One of the themes I've written about consistently over the last 5 years is how macroeconomics and, more generally, macro perspectives (top down perspectives) are coming to dominate our financial world. I was reminded of this by this good piece by Noah Smith who defends modern macroeconomics and its response to the crisis. While Noah defends the field of macroeconomics specifically, I think he is downplaying the role of macro outside of just economics and how important it is becoming to market practitioners.
As a market practitioner and not an economist, I think macro is coming to dominate the way we think about modern finance and that means that the importance of economists studying macro is likely to become MORE important-- not LESS-- in the coming decades. I call this the trend the "new macroeconomy" and the people who are going to thrive in the future will be the ones best armed to engage in this changing global macro world. As this new "big picture" view comes to dominate our financial lives, economists will have no choice but to "defend" macroeconomics. If they don't learn it or adapt with it, they will likely be at a substantial competitive disadvantage in the new macro world.
The evidence of growing interest in macro finance is obvious to anyone in the field. The news is dominated by top down stories these days. Whether it's Ukraine, Europe, emerging markets, the Fed, macro indicators, etc. These are the stories that are increasingly driving asset prices and markets. After all, we don't live in localized economies any longer. The S&P 500 and most global markets are macro markets now. Understanding your domestic economy simply doesn't give you the full picture. And this is not unique to the equity markets. Commodities, futures, bonds and just about all markets are becoming increasingly global in nature, which means that the big picture matters more than it ever has.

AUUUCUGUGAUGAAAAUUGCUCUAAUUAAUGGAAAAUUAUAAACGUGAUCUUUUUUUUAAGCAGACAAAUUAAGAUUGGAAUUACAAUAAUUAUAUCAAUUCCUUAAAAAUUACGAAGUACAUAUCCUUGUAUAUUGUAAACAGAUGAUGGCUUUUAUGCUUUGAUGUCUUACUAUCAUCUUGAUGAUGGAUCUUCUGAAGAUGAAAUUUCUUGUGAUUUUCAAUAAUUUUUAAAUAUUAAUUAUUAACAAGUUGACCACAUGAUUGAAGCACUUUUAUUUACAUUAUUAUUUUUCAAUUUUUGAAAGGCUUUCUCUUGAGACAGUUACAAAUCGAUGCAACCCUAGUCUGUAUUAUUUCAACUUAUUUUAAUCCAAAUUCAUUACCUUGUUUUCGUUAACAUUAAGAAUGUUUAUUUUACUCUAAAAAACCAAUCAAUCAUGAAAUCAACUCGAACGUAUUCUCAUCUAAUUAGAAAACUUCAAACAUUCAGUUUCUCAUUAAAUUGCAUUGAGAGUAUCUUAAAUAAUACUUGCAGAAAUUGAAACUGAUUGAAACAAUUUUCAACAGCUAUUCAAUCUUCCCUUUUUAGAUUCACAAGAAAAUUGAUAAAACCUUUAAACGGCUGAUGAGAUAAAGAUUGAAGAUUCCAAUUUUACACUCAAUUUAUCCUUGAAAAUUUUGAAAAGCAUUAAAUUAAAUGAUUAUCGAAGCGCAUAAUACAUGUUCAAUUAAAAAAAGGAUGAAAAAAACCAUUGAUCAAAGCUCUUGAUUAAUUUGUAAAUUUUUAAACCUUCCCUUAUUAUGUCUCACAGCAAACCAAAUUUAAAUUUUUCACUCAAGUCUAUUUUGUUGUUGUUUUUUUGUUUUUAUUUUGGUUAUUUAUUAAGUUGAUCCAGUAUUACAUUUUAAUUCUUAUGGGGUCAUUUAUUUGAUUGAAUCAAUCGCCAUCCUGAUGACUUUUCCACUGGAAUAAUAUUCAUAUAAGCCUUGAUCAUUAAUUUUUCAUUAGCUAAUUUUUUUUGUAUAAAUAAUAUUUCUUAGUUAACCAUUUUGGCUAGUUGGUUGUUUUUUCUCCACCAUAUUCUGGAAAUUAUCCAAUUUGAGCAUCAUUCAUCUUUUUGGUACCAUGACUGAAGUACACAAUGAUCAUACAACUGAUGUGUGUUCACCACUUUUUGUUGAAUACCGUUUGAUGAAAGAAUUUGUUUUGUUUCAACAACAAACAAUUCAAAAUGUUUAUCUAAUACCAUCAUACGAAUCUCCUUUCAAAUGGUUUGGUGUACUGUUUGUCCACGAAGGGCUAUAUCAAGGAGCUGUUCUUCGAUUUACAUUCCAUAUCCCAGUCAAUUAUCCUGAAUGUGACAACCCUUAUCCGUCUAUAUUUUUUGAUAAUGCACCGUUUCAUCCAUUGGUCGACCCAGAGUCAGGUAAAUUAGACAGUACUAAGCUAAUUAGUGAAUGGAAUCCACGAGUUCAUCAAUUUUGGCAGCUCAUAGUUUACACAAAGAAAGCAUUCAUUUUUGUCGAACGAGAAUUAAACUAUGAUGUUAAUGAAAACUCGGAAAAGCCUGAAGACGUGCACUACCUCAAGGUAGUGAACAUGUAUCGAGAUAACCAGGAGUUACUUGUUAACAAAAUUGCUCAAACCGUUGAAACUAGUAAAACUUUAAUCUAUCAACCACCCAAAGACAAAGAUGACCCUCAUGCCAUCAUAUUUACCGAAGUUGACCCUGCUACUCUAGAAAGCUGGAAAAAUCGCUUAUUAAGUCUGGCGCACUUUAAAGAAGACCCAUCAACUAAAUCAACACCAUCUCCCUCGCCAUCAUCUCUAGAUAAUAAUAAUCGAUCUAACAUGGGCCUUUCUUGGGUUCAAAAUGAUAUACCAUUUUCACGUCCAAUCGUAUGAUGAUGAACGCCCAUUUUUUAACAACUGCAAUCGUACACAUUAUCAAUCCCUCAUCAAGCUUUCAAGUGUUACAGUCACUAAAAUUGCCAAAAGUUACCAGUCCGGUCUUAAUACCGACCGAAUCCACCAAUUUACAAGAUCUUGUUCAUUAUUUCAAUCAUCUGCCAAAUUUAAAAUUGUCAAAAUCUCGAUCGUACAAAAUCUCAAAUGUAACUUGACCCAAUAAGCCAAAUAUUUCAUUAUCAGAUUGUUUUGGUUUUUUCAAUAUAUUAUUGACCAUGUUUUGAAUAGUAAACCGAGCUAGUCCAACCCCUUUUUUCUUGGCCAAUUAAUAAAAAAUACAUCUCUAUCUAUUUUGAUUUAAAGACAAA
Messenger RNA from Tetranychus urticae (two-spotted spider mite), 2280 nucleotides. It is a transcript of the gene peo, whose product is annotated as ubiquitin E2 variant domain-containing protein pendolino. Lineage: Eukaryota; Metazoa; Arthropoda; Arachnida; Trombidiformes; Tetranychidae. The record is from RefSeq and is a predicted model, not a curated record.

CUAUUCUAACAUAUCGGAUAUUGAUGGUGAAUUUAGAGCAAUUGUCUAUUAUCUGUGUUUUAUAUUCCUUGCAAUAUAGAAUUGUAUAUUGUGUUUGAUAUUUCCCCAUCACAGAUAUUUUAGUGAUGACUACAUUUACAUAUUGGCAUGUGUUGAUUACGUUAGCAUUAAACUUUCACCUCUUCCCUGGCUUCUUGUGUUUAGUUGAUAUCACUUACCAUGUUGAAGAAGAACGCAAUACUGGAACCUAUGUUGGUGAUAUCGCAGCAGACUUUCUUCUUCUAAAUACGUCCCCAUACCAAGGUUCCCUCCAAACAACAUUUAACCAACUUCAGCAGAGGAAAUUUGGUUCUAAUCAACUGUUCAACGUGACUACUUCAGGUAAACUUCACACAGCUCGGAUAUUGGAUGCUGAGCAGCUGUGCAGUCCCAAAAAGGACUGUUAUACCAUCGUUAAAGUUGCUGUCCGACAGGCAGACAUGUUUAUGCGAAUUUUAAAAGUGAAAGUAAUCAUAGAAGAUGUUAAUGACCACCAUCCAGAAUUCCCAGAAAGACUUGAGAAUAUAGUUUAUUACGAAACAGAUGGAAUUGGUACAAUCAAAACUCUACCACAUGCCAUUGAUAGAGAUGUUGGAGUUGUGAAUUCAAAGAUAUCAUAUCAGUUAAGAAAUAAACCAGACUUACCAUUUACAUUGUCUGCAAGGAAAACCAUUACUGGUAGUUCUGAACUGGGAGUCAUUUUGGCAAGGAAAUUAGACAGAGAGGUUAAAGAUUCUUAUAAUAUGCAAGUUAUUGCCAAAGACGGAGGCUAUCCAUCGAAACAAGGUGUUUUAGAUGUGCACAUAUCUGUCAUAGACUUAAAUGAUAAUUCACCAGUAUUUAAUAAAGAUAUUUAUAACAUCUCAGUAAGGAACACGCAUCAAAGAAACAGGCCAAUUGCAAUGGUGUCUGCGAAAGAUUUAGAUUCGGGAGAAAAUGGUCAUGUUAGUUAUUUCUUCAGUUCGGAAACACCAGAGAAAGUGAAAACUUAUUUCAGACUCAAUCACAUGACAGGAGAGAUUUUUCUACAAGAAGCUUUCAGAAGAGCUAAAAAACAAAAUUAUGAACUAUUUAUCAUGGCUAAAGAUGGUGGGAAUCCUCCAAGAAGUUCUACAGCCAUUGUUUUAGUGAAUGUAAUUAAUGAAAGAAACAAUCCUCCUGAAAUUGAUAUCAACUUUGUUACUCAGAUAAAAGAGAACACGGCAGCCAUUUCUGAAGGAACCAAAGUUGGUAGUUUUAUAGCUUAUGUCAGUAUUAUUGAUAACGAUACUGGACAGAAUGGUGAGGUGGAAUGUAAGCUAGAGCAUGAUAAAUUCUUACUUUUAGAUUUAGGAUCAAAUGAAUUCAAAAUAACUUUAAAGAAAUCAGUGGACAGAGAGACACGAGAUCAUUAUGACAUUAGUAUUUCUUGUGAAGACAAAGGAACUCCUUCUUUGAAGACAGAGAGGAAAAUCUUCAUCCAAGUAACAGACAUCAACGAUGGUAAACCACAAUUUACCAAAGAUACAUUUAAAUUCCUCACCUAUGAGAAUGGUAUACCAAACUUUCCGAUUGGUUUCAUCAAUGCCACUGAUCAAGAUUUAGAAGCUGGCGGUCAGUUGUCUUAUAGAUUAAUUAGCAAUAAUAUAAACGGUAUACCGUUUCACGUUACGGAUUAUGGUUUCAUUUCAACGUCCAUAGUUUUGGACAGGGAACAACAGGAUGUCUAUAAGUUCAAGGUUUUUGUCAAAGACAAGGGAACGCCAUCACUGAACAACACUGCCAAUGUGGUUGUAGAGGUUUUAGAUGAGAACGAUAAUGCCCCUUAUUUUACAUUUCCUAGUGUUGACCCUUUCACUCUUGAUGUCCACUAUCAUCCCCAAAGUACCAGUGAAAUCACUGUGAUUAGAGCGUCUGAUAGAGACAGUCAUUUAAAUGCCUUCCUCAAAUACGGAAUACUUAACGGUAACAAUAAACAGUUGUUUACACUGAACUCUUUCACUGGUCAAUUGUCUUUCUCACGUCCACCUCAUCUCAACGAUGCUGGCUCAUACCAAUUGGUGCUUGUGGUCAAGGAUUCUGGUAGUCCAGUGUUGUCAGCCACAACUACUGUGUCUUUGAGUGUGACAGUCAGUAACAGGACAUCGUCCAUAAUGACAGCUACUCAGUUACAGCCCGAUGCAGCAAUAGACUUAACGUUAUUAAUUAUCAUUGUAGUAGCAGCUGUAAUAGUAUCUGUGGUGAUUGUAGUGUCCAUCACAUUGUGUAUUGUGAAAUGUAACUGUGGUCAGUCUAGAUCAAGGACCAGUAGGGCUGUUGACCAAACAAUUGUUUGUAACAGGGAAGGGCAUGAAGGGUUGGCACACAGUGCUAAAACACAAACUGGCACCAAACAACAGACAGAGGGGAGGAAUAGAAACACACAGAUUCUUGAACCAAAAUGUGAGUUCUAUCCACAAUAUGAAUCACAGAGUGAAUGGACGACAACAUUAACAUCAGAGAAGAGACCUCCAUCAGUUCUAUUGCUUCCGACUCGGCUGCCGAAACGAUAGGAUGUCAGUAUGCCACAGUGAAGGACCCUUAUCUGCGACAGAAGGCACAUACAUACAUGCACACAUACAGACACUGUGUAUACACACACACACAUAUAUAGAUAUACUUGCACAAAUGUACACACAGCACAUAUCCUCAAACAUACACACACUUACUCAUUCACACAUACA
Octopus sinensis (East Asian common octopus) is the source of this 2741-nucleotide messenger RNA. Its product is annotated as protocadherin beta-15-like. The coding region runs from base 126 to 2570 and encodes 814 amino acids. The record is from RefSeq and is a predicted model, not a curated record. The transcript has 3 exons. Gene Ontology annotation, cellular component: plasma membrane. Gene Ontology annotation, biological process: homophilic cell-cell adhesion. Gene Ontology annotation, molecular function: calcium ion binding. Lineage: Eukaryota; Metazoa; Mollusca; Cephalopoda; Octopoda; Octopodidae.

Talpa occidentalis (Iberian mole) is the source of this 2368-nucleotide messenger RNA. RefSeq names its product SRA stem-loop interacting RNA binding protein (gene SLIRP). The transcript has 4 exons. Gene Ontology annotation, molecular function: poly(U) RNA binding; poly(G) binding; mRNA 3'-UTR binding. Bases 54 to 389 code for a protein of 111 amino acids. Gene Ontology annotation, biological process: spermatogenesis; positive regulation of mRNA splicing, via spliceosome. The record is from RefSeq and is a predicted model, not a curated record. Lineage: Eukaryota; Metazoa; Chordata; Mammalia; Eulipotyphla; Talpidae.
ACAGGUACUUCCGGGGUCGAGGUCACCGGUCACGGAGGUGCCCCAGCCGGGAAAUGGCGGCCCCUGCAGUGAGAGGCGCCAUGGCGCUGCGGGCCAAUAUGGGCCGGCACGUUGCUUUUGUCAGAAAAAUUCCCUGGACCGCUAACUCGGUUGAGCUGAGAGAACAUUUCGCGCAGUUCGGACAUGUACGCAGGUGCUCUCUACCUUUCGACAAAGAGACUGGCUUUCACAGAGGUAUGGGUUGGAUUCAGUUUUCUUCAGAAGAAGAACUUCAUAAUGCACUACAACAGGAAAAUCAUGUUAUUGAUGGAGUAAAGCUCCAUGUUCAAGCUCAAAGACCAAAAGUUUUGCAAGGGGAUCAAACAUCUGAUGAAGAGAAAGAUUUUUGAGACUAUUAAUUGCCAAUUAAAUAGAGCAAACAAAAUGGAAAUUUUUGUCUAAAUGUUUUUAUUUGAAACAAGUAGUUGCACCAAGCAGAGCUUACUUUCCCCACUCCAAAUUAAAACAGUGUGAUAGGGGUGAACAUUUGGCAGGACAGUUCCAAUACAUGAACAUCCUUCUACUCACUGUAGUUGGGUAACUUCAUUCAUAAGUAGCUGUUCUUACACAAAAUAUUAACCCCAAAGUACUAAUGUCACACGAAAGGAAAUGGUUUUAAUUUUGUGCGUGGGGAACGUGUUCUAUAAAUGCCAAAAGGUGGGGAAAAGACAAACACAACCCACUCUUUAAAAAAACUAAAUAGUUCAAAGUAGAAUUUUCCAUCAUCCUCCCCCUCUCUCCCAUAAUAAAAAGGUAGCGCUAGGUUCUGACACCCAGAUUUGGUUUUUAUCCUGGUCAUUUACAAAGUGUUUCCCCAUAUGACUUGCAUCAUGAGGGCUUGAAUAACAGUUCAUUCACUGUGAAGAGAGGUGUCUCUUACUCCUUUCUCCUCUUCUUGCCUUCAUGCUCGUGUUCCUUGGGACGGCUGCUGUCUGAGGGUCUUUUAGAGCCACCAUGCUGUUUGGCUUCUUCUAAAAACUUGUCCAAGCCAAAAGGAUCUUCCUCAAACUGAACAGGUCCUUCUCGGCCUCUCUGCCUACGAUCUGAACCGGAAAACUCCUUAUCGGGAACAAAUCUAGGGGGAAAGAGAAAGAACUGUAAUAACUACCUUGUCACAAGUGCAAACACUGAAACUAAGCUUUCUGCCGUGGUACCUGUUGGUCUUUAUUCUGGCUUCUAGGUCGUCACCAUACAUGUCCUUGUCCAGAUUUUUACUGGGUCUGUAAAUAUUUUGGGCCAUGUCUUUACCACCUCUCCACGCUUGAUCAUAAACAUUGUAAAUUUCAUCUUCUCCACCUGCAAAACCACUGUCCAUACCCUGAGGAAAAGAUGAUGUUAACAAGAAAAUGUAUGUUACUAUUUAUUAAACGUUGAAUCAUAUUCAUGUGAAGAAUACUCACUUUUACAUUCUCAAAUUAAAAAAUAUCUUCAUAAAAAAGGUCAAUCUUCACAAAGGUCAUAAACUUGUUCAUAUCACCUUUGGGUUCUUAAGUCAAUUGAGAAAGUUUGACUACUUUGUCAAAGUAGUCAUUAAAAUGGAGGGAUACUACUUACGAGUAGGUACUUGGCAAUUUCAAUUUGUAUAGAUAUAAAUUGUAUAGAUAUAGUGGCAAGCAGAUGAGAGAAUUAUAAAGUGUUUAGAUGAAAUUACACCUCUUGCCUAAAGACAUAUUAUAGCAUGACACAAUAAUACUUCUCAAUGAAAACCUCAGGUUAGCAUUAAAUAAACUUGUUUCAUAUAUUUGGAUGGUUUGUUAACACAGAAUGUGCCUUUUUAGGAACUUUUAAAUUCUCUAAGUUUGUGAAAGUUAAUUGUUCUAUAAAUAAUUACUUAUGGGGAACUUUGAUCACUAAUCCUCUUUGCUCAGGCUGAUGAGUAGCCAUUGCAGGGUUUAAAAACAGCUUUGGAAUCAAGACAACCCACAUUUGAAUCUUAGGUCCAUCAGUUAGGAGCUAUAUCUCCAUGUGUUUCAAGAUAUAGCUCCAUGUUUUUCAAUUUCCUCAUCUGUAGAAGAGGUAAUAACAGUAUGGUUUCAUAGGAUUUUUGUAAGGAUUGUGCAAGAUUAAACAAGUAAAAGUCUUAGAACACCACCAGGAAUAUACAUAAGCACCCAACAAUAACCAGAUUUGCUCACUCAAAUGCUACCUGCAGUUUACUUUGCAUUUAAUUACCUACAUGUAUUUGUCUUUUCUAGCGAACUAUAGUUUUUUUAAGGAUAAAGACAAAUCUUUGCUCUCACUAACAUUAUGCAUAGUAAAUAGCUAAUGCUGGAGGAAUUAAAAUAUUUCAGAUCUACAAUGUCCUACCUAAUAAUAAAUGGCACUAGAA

Perhaps the biggest macro trend in finance is the move towards ETFs and asset allocation style strategies. I know these strategies often like to sell themselves as "forecast free" approaches or strategies that don't require a macroeconomic outlook, but that's just nonsense. As I've discussed before, any long only index fund approach is based on a very specific macroeconomic outlook. It just so happens to be a permanently bullish forecast. And ETF and index fund firms are gobbling up assets as investors pour funds into this style of macro investing.
So I'd say Noah is downplaying macro to a large degree. The field of macroeconomics as practiced by macro economists is just a small slice of the macro landscape. Macro finance is growing by leaps and bounds and becoming increasingly important. And as macro becomes more important to the world of practitioners, macro economists are being forced to adapt and apply models and understandings that become more useful to practitioners and policymakers. As of now, most of the models and understandings that macroeconomists are using aren't terribly useful to market practitioners. That will change because the field will force it to change. And the economists who don't change / adapt will be left behind….